Gov. Gavin Newsom prepares to sign a memorandum of understanding in Beijing, China on Oct. 25, 2023. Photo by Ng Han Guan, AP Photo

From CalMatters Capitol reporter Alexei Koseff

As he toured a wind turbine factory in China’s Jiangsu province last week, Gov. Gavin Newsom said the owner showed him a video of the famous wind farm in Livermore’s Altamont Pass.

It was what had inspired the man to get into the turbine business, according to the governor — illustrating California’s global leadership on renewable energy and how decades of partnership with China to tackle climate change have paid off with concrete progress.

The inspiration seems to be flowing the other direction these days, as China has leaped ahead of the world in areas such as offshore wind energy and electric vehicle adoption that are critical to California hitting its ambitious targets to reduce greenhouse gas emissions in the coming decades. 

On a phone call with reporters Tuesday to debrief his weeklong trip to China, Newsom said things have changed dramatically since he first visited nearly two decades ago as mayor of San Francisco. During many exchanges with Chinese companies and officials, the governor and his team were asking more questions than having questions asked of them.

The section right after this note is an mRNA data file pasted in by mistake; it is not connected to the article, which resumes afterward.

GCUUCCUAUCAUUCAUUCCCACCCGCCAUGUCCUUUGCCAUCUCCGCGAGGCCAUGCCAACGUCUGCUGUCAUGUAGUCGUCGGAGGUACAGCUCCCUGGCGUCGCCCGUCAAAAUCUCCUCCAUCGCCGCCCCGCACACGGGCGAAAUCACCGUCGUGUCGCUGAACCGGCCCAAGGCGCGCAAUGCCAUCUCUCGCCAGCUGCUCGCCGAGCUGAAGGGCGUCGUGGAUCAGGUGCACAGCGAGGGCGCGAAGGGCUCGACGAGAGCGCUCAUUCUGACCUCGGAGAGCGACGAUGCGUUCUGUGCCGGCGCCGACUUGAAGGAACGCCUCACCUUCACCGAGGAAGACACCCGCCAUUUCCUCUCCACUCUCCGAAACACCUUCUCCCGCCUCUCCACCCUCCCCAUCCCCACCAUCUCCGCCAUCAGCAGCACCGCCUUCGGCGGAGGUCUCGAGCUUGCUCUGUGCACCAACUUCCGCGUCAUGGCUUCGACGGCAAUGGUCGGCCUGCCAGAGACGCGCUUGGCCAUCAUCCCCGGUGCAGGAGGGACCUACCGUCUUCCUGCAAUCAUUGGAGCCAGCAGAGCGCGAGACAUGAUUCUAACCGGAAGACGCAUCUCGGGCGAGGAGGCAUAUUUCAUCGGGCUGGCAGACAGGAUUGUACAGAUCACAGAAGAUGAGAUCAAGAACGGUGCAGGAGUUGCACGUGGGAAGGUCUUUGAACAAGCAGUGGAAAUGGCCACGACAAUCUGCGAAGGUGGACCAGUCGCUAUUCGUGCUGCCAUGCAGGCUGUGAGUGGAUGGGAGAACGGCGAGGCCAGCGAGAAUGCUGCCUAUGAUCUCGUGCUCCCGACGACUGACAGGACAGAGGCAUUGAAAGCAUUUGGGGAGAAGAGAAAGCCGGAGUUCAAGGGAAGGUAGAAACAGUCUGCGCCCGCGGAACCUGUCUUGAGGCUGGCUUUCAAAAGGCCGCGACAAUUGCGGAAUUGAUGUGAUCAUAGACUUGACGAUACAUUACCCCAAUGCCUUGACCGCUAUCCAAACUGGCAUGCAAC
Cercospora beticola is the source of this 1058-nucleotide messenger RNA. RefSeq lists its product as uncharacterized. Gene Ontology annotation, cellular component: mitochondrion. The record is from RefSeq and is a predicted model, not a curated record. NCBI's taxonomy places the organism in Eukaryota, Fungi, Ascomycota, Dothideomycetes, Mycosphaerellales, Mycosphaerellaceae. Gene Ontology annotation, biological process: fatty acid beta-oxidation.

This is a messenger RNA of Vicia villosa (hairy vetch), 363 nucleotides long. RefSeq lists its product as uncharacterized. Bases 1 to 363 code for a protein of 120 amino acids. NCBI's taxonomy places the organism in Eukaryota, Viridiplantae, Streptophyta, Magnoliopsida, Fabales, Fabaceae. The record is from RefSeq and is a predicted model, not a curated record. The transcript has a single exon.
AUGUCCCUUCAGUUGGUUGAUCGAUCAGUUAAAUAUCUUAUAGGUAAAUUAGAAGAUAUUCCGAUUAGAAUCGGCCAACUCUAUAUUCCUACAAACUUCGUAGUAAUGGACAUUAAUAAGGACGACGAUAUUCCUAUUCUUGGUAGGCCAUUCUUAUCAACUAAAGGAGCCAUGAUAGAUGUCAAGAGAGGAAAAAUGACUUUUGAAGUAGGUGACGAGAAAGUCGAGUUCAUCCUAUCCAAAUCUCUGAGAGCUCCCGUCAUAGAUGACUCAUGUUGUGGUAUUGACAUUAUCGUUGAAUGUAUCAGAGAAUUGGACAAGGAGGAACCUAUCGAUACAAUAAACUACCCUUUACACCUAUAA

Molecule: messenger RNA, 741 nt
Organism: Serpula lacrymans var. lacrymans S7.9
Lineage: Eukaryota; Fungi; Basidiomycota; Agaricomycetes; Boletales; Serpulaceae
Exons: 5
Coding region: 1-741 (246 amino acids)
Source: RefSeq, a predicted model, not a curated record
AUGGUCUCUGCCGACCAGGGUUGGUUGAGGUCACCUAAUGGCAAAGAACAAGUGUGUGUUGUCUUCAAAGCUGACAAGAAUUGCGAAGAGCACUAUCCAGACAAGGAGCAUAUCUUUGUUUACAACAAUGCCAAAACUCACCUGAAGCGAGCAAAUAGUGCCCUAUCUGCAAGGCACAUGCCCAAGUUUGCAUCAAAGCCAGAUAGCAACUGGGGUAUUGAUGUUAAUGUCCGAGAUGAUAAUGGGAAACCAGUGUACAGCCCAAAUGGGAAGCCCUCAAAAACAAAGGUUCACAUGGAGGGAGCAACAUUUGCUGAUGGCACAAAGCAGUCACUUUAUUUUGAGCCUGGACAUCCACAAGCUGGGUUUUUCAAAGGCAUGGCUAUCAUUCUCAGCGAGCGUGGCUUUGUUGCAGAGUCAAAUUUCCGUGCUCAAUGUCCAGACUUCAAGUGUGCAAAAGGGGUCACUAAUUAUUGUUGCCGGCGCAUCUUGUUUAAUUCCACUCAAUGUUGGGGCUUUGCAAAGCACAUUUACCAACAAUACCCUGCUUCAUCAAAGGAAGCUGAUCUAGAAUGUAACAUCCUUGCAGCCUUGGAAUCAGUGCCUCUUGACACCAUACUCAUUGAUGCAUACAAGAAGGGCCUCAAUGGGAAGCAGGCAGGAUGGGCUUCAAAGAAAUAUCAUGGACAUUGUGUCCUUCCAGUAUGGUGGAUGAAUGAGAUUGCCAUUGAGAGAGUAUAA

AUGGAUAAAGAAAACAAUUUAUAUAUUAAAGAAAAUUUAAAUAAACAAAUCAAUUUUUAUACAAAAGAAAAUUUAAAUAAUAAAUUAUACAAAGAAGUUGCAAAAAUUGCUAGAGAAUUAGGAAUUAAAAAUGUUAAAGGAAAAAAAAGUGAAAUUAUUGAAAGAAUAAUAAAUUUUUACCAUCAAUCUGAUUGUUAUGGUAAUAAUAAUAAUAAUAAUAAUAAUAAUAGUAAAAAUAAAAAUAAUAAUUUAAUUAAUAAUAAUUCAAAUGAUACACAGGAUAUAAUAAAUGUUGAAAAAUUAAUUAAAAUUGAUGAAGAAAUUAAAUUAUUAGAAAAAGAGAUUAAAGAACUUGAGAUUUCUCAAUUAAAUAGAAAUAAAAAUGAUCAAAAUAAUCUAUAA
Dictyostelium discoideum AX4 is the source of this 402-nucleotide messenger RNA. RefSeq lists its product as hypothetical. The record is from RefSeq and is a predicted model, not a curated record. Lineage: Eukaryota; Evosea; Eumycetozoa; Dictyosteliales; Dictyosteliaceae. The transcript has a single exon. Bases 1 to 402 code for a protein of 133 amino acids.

“What is remarkable is the scale and scope of what you’re seeing in China,” Newsom said. “The export of ideas is shifting a bit now.”

In addition to offshore wind and electric vehicles, Newsom said he looked forward to continuing to learn about China’s progress on regenerative and sustainable agriculture, endangered species protection and wetlands preservation. These will be crucial as California seeks to conserve at least 30% of its land and coastal waters by 2030, part of an international pact to preserve biodiversity.

After signing five new memorandums of understanding in China, the governor expects teams from his administration and state agencies such as the California Energy Commission and the California Air Resources Board to return and build on the work of his trip, as Chinese delegations have visited California in the past to collaborate on issues including air quality.

  • Newsom: “California can’t solve its climate crisis alone. It needs partners. And as I said, the United States can’t either, without the partnership of China and the globe.”